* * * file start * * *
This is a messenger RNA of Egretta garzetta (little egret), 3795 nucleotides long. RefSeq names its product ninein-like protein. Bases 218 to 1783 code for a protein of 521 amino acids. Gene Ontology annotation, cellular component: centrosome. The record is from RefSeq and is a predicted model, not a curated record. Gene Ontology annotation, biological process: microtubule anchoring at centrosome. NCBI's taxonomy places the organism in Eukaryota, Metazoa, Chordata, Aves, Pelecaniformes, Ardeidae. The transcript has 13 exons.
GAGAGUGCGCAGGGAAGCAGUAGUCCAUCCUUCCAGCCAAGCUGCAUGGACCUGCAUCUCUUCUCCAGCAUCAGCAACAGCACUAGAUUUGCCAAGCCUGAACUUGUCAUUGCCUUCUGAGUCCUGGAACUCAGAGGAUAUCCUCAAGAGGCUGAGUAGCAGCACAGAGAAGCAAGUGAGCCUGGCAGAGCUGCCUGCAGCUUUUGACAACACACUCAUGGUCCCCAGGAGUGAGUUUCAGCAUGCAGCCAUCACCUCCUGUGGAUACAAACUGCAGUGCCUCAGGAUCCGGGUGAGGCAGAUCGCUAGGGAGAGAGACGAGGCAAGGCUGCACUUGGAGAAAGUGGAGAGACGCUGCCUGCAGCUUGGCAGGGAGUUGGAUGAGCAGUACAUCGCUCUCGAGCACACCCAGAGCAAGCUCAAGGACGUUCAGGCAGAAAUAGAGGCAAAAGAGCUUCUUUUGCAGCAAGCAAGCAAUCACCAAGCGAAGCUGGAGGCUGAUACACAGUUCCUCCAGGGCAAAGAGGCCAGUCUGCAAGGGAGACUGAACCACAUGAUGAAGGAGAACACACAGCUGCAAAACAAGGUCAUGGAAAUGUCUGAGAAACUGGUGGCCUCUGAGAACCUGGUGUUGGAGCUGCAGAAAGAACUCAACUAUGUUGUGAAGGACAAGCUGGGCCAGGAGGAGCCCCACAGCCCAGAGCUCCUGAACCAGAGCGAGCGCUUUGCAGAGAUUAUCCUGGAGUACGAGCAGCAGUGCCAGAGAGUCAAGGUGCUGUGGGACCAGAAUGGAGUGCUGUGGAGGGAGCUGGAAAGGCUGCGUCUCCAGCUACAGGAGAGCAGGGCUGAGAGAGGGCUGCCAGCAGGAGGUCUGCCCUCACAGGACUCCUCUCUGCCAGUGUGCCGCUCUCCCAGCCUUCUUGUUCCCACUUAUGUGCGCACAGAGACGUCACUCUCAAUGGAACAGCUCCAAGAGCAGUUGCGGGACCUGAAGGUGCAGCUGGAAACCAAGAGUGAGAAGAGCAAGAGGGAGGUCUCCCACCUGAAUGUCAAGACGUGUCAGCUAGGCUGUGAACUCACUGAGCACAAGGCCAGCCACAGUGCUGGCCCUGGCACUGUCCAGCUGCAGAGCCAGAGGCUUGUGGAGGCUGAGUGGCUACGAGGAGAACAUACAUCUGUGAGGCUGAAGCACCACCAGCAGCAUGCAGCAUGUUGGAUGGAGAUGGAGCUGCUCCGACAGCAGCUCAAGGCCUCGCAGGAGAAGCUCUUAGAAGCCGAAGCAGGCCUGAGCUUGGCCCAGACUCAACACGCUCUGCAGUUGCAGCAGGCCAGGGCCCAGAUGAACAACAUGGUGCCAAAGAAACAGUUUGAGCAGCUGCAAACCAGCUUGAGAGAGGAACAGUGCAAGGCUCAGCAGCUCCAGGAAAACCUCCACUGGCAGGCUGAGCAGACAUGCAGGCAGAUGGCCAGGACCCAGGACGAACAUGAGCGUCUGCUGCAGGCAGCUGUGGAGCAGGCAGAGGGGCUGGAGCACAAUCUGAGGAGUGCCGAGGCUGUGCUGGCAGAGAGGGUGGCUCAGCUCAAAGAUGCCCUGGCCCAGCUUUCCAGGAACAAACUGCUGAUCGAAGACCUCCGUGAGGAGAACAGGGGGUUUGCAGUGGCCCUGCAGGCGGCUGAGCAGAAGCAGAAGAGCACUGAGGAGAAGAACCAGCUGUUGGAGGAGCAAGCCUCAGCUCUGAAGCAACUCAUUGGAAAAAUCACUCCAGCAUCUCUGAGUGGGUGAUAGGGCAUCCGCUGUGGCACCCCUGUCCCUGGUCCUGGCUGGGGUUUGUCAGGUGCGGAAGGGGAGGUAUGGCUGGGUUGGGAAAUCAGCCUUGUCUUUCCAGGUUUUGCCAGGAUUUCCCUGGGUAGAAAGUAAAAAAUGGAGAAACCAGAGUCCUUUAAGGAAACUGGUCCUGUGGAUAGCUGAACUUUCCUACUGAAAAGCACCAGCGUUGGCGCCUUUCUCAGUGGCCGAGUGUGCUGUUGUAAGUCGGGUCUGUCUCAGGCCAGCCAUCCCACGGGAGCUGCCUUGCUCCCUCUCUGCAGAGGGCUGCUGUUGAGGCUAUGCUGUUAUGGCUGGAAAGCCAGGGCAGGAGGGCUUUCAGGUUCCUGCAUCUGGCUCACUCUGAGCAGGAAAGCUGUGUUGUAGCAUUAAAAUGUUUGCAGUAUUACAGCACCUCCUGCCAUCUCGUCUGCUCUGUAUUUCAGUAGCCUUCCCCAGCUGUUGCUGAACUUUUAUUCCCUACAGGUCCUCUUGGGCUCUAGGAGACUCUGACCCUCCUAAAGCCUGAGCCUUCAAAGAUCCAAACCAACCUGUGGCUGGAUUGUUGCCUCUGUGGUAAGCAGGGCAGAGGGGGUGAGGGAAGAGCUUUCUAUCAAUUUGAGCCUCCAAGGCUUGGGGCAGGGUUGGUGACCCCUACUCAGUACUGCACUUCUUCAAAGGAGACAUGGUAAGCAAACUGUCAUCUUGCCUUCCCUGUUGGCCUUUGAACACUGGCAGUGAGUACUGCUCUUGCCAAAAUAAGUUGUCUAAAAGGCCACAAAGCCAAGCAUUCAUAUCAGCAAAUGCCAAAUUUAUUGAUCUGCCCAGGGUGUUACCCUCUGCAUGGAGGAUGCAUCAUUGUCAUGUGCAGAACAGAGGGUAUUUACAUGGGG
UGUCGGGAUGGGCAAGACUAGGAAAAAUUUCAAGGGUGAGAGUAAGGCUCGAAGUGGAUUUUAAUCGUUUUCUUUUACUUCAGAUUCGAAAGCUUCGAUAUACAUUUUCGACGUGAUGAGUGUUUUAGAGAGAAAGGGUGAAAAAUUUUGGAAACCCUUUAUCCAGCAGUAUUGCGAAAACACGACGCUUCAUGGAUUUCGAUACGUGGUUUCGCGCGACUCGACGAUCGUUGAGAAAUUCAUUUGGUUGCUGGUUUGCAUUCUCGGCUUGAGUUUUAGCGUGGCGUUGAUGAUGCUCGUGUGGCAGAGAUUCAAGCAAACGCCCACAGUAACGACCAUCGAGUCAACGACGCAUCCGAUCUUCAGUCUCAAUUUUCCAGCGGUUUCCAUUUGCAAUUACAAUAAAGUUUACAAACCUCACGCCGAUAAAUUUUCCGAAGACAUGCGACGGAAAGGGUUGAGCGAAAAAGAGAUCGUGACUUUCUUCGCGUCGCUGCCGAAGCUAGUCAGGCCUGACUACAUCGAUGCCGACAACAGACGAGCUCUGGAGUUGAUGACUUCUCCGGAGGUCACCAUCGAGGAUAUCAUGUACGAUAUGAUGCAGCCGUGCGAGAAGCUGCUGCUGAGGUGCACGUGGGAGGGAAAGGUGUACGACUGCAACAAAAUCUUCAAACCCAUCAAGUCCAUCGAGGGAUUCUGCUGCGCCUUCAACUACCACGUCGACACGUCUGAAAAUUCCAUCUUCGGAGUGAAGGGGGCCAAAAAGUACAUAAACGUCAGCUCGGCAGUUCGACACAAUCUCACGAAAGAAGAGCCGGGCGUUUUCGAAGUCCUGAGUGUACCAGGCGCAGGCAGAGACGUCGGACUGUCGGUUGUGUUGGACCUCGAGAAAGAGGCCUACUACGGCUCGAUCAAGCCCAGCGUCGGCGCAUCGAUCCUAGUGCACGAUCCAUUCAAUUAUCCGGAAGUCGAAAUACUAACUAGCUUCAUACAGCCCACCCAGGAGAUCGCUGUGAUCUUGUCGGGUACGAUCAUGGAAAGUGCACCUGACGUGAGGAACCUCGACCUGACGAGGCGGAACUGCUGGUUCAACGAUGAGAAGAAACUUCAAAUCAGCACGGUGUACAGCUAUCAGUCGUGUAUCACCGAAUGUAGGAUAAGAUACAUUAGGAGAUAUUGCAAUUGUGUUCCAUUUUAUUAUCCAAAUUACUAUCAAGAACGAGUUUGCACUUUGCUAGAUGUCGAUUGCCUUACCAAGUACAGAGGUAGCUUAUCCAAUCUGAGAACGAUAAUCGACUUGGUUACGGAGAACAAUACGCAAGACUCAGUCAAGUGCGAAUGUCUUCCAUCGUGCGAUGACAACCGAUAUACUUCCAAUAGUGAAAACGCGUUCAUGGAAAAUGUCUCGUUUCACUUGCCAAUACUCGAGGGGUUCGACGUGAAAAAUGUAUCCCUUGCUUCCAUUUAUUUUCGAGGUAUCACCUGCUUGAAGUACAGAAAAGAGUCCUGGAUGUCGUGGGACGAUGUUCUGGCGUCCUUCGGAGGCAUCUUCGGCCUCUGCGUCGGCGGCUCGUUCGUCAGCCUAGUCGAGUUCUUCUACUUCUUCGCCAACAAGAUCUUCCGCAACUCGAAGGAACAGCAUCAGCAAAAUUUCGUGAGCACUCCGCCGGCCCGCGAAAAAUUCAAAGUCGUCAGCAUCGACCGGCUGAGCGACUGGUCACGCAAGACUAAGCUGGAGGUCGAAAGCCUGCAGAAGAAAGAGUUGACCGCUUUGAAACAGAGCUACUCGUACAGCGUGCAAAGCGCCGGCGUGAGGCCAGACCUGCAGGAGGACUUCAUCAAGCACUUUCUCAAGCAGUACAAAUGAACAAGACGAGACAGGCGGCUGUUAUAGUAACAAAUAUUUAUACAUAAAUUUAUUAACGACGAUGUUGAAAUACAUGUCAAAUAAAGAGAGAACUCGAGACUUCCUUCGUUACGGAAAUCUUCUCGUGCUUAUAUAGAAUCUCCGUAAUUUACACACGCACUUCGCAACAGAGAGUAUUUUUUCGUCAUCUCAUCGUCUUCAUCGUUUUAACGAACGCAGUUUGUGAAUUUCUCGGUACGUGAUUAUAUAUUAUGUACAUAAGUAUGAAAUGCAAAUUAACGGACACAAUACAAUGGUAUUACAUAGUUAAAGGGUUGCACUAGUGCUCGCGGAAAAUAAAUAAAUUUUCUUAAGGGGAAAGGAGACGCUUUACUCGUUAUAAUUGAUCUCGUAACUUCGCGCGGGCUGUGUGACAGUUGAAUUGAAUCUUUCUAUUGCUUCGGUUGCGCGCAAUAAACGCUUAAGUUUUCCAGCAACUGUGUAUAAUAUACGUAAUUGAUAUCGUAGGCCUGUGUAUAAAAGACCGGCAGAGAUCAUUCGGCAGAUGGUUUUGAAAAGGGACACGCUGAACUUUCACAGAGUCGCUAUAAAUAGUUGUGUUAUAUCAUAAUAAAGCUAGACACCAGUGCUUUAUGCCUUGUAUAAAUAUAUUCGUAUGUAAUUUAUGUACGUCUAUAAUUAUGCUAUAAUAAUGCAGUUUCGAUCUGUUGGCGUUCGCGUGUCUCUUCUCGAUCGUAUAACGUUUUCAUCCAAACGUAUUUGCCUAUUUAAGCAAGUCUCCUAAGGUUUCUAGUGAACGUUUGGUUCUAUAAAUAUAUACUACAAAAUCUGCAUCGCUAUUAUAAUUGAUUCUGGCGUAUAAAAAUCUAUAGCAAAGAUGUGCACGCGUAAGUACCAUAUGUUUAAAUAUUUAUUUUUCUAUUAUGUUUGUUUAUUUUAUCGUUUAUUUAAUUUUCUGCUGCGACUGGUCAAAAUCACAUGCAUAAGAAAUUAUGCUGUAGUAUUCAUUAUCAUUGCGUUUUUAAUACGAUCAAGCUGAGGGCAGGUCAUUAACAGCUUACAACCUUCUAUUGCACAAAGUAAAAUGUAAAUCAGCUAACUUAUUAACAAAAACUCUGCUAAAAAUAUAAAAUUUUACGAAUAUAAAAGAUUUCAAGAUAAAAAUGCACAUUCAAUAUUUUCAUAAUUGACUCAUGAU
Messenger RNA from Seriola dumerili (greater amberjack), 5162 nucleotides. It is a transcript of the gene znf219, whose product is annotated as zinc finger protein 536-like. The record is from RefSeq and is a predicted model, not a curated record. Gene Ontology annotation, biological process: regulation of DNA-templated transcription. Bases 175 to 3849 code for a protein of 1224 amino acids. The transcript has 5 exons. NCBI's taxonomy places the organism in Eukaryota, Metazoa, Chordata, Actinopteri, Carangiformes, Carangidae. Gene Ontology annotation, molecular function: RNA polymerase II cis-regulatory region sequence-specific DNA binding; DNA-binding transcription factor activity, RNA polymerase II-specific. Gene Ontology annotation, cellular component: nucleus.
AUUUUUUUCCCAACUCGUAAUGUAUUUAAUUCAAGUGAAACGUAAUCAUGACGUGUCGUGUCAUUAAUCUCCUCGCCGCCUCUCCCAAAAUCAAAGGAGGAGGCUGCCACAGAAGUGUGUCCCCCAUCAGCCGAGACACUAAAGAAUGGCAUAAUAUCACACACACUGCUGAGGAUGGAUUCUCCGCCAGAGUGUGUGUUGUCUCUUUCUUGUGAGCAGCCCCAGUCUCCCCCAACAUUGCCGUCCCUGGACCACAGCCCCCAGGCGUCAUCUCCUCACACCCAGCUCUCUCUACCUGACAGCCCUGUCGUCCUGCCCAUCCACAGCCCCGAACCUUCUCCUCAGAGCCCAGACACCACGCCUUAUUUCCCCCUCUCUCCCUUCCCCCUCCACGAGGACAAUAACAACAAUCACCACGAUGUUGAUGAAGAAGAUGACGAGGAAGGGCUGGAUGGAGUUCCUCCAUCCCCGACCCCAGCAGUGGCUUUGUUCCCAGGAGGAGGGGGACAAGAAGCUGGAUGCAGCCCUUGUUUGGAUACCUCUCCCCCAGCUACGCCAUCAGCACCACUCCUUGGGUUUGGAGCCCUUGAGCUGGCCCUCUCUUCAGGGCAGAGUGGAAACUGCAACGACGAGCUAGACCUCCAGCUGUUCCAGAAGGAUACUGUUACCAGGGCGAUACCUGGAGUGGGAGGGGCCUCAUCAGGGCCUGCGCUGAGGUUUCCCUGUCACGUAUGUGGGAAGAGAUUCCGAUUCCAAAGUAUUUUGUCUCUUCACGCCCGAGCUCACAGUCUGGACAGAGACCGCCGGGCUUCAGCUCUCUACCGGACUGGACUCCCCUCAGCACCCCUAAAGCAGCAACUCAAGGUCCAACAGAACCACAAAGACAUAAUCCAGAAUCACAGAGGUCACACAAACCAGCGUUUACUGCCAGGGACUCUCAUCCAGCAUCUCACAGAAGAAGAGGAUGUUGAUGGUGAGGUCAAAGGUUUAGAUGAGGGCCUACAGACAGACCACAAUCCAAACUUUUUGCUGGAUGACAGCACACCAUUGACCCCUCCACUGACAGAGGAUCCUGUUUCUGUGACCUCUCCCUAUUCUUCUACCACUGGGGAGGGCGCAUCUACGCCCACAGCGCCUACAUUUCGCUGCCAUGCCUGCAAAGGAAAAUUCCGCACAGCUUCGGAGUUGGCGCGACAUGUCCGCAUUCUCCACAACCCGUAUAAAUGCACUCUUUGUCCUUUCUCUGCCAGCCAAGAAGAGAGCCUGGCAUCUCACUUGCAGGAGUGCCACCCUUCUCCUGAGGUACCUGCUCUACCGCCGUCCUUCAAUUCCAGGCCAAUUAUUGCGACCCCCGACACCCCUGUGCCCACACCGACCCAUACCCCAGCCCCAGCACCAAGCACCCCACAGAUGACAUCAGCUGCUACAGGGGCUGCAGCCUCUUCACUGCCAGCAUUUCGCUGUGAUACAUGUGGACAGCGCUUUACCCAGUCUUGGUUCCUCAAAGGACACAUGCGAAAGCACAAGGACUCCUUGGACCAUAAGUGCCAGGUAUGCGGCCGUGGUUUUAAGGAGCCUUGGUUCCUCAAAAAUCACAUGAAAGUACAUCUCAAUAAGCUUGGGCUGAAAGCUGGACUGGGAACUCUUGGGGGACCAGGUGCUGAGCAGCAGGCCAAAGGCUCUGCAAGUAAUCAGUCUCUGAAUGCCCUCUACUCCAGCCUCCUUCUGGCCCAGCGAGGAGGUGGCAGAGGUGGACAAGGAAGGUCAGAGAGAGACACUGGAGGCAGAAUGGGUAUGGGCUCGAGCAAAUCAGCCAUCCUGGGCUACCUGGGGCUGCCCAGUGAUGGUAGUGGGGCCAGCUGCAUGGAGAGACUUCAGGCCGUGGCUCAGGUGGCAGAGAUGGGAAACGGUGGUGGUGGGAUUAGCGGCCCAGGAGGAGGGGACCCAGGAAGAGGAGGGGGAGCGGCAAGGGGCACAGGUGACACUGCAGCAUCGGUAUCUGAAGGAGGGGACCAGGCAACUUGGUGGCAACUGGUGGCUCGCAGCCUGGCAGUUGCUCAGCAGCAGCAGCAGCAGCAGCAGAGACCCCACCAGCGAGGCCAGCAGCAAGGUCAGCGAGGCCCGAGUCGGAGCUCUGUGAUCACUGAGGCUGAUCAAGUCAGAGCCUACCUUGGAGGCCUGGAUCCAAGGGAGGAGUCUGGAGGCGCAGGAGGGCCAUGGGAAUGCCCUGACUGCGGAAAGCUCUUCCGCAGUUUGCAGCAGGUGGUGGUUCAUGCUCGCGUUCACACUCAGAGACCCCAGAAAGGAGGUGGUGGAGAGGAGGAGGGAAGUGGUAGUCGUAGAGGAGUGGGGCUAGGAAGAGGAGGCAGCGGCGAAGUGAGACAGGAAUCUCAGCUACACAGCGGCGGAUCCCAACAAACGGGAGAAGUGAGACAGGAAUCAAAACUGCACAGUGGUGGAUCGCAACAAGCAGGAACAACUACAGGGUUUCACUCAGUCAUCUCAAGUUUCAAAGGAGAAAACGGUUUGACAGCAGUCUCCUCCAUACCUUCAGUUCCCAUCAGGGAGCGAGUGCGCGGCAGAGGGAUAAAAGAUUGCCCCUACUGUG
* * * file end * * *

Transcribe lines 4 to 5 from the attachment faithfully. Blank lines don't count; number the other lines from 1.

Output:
Messenger RNA from Seriola dumerili (greater amberjack), 5162 nucleotides. It is a transcript of the gene znf219, whose product is annotated as zinc finger protein 536-like. The record is from RefSeq and is a predicted model, not a curated record. Gene Ontology annotation, biological process: regulation of DNA-templated transcription. Bases 175 to 3849 code for a protein of 1224 amino acids. The transcript has 5 exons. NCBI's taxonomy places the organism in Eukaryota, Metazoa, Chordata, Actinopteri, Carangiformes, Carangidae. Gene Ontology annotation, molecular function: RNA polymerase II cis-regulatory region sequence-specific DNA binding; DNA-binding transcription factor activity, RNA polymerase II-specific. Gene Ontology annotation, cellular component: nucleus.
AUUUUUUUCCCAACUCGUAAUGUAUUUAAUUCAAGUGAAACGUAAUCAUGACGUGUCGUGUCAUUAAUCUCCUCGCCGCCUCUCCCAAAAUCAAAGGAGGAGGCUGCCACAGAAGUGUGUCCCCCAUCAGCCGAGACACUAAAGAAUGGCAUAAUAUCACACACACUGCUGAGGAUGGAUUCUCCGCCAGAGUGUGUGUUGUCUCUUUCUUGUGAGCAGCCCCAGUCUCCCCCAACAUUGCCGUCCCUGGACCACAGCCCCCAGGCGUCAUCUCCUCACACCCAGCUCUCUCUACCUGACAGCCCUGUCGUCCUGCCCAUCCACAGCCCCGAACCUUCUCCUCAGAGCCCAGACACCACGCCUUAUUUCCCCCUCUCUCCCUUCCCCCUCCACGAGGACAAUAACAACAAUCACCACGAUGUUGAUGAAGAAGAUGACGAGGAAGGGCUGGAUGGAGUUCCUCCAUCCCCGACCCCAGCAGUGGCUUUGUUCCCAGGAGGAGGGGGACAAGAAGCUGGAUGCAGCCCUUGUUUGGAUACCUCUCCCCCAGCUACGCCAUCAGCACCACUCCUUGGGUUUGGAGCCCUUGAGCUGGCCCUCUCUUCAGGGCAGAGUGGAAACUGCAACGACGAGCUAGACCUCCAGCUGUUCCAGAAGGAUACUGUUACCAGGGCGAUACCUGGAGUGGGAGGGGCCUCAUCAGGGCCUGCGCUGAGGUUUCCCUGUCACGUAUGUGGGAAGAGAUUCCGAUUCCAAAGUAUUUUGUCUCUUCACGCCCGAGCUCACAGUCUGGACAGAGACCGCCGGGCUUCAGCUCUCUACCGGACUGGACUCCCCUCAGCACCCCUAAAGCAGCAACUCAAGGUCCAACAGAACCACAAAGACAUAAUCCAGAAUCACAGAGGUCACACAAACCAGCGUUUACUGCCAGGGACUCUCAUCCAGCAUCUCACAGAAGAAGAGGAUGUUGAUGGUGAGGUCAAAGGUUUAGAUGAGGGCCUACAGACAGACCACAAUCCAAACUUUUUGCUGGAUGACAGCACACCAUUGACCCCUCCACUGACAGAGGAUCCUGUUUCUGUGACCUCUCCCUAUUCUUCUACCACUGGGGAGGGCGCAUCUACGCCCACAGCGCCUACAUUUCGCUGCCAUGCCUGCAAAGGAAAAUUCCGCACAGCUUCGGAGUUGGCGCGACAUGUCCGCAUUCUCCACAACCCGUAUAAAUGCACUCUUUGUCCUUUCUCUGCCAGCCAAGAAGAGAGCCUGGCAUCUCACUUGCAGGAGUGCCACCCUUCUCCUGAGGUACCUGCUCUACCGCCGUCCUUCAAUUCCAGGCCAAUUAUUGCGACCCCCGACACCCCUGUGCCCACACCGACCCAUACCCCAGCCCCAGCACCAAGCACCCCACAGAUGACAUCAGCUGCUACAGGGGCUGCAGCCUCUUCACUGCCAGCAUUUCGCUGUGAUACAUGUGGACAGCGCUUUACCCAGUCUUGGUUCCUCAAAGGACACAUGCGAAAGCACAAGGACUCCUUGGACCAUAAGUGCCAGGUAUGCGGCCGUGGUUUUAAGGAGCCUUGGUUCCUCAAAAAUCACAUGAAAGUACAUCUCAAUAAGCUUGGGCUGAAAGCUGGACUGGGAACUCUUGGGGGACCAGGUGCUGAGCAGCAGGCCAAAGGCUCUGCAAGUAAUCAGUCUCUGAAUGCCCUCUACUCCAGCCUCCUUCUGGCCCAGCGAGGAGGUGGCAGAGGUGGACAAGGAAGGUCAGAGAGAGACACUGGAGGCAGAAUGGGUAUGGGCUCGAGCAAAUCAGCCAUCCUGGGCUACCUGGGGCUGCCCAGUGAUGGUAGUGGGGCCAGCUGCAUGGAGAGACUUCAGGCCGUGGCUCAGGUGGCAGAGAUGGGAAACGGUGGUGGUGGGAUUAGCGGCCCAGGAGGAGGGGACCCAGGAAGAGGAGGGGGAGCGGCAAGGGGCACAGGUGACACUGCAGCAUCGGUAUCUGAAGGAGGGGACCAGGCAACUUGGUGGCAACUGGUGGCUCGCAGCCUGGCAGUUGCUCAGCAGCAGCAGCAGCAGCAGCAGAGACCCCACCAGCGAGGCCAGCAGCAAGGUCAGCGAGGCCCGAGUCGGAGCUCUGUGAUCACUGAGGCUGAUCAAGUCAGAGCCUACCUUGGAGGCCUGGAUCCAAGGGAGGAGUCUGGAGGCGCAGGAGGGCCAUGGGAAUGCCCUGACUGCGGAAAGCUCUUCCGCAGUUUGCAGCAGGUGGUGGUUCAUGCUCGCGUUCACACUCAGAGACCCCAGAAAGGAGGUGGUGGAGAGGAGGAGGGAAGUGGUAGUCGUAGAGGAGUGGGGCUAGGAAGAGGAGGCAGCGGCGAAGUGAGACAGGAAUCUCAGCUACACAGCGGCGGAUCCCAACAAACGGGAGAAGUGAGACAGGAAUCAAAACUGCACAGUGGUGGAUCGCAACAAGCAGGAACAACUACAGGGUUUCACUCAGUCAUCUCAAGUUUCAAAGGAGAAAACGGUUUGACAGCAGUCUCCUCCAUACCUUCAGUUCCCAUCAGGGAGCGAGUGCGCGGCAGAGGGAUAAAAGAUUGCCCCUACUGUG